Several associations between Hb levels and obesity-related peptide hormones were seen here.

Higher leptin levels and lower plasma ghrelin and adiponectin levels, a pattern well-established to be associated with obesity40,41, were observed in the highest Hb quartile at both time points. At baseline all differences were independent of smoking and alcohol consumption and in case of leptin levels, of BMI. At the follow-up the differences between Hb levels and leptin and adiponectin levels, respectively, were independent of smoking and alcohol consumption. Interestingly, the average leptin levels were significantly higher and those of ghrelin lower at the follow-up compared to baseline whereas adiponectin levels showed no obvious change. These results are most likely accounted by weight gain during the follow-up. In women this was probably also influenced by menopause as it increases leptin levels42 and lowers ghrelin levels43 by altering the levels of sex hormones but does not influence adiponectin levels44. To our knowledge this is the first study to report associations between Hb levels and serum ghrelin levels in adults while for leptin levels the previous reports have been conflicting our data agreeing with those in a Swedish senescent men but not middle-aged Japanese men18,19.

Several associations between Hb levels and ABP measurements were observed at baseline independent of covariates. Interestingly, many associations, most prominently those for systolic bp, disappeared at the follow-up. In sex-specific analysis a positive association between Hb levels and diastolic APB was observed at both time points in men while in women this was seen at both time points only when evaluated from the office bp measurements. This could reflect the treatment guidelines of the 1990’s where the focus was near-exclusively on treatment of systolic bp45,46. In addition, the usage of bp medication increased from 48 to 78% during the follow-up which may account for the loss of these associations. In addition, women are generally more aware of their condition and usually more committed to drug treatment than men47, which could explain the sex-specific differences observed. Incremental increases in 24 h ABP (seen here with increase in Hb levels at baseline) have been associated with greater risks of total and CVD-related mortality48. Although the increase in bp seen here was minor, it is evident that clustering of multiple cardiovascular risk factors increases morbidity of diseases such as coronary heart disease and consequent mortality49.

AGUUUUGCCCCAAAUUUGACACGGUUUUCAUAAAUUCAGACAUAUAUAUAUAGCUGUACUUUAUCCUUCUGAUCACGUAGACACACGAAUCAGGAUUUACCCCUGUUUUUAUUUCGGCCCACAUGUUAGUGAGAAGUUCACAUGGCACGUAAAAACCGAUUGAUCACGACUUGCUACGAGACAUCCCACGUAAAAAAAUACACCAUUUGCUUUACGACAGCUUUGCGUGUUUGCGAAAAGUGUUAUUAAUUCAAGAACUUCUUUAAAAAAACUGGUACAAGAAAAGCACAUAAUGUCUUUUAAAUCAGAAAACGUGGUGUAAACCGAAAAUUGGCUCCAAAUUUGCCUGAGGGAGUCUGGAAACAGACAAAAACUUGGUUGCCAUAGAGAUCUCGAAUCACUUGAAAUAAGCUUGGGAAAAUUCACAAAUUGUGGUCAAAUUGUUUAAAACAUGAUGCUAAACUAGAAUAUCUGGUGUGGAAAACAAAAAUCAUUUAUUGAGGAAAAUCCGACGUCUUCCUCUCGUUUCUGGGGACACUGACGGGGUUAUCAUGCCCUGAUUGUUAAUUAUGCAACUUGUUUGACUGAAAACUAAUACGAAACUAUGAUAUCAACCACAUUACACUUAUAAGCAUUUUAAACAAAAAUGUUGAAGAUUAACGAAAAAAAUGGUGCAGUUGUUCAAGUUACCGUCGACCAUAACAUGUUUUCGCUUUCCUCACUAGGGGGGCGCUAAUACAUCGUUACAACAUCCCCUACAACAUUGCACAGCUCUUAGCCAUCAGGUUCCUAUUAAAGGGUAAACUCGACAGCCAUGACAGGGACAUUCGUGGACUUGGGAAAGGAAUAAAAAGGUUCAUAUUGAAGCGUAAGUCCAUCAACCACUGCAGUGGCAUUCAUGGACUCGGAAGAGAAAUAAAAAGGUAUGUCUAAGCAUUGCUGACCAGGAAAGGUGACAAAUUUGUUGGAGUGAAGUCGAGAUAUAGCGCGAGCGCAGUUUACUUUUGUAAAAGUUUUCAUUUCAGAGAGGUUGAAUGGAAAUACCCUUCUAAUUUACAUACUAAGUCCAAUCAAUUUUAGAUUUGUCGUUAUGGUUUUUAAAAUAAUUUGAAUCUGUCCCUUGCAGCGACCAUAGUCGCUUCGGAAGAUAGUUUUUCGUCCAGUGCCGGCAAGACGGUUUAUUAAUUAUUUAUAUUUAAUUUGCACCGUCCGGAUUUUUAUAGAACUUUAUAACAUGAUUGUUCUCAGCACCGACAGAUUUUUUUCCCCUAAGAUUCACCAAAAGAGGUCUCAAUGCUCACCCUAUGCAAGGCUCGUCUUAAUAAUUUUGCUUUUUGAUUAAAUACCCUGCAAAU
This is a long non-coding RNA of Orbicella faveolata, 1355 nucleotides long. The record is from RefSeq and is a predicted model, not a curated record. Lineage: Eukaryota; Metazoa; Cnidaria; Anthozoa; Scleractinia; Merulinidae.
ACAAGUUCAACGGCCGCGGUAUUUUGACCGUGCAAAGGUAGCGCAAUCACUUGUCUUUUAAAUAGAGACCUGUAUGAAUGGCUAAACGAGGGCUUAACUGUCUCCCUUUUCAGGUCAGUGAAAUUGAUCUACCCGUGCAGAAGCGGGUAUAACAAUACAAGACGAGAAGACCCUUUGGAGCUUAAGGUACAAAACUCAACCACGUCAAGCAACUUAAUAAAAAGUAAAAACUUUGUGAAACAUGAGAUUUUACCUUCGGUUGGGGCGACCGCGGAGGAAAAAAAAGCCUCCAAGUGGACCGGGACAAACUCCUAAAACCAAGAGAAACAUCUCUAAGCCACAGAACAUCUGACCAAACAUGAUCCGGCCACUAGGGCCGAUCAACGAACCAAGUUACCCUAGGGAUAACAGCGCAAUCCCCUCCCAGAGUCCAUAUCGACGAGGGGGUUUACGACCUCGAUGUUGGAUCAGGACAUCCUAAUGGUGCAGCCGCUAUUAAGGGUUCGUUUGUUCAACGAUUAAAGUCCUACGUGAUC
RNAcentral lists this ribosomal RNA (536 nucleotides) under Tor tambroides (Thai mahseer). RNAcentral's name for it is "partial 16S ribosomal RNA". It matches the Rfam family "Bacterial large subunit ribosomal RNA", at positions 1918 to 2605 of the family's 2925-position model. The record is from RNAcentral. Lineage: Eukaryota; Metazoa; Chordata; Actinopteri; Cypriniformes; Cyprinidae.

Higher Hb levels also associated with higher serum ALT levels and risk for liver fat accumulation after adjusting for covariates suggesting that higher Hb levels are an independent risk factor for fatty liver diseases. In addition, the highest Hb quartile was the only quartile with a mean s-ALT exceeding the previously reported thresholds for an increased risk for nonalcoholic steatohepatitis (> 35 U/I) and CVD-related mortality (> 40 U/I)50,51. Higher baseline Hb levels were also observed in previously normoglycemic subjects that had IFG, IGT or T2DM at the follow-up after adjusting for covariates, indicating that higher Hb levels could also be a risk factor for the development of T2DM. Furthermore, the highest Hb quartile was the only quartile at the follow-up having a mean 2 h glucose level in OGTT that exceeded the threshold of IGT or IFG set by the WHO (7.8 mmol/L).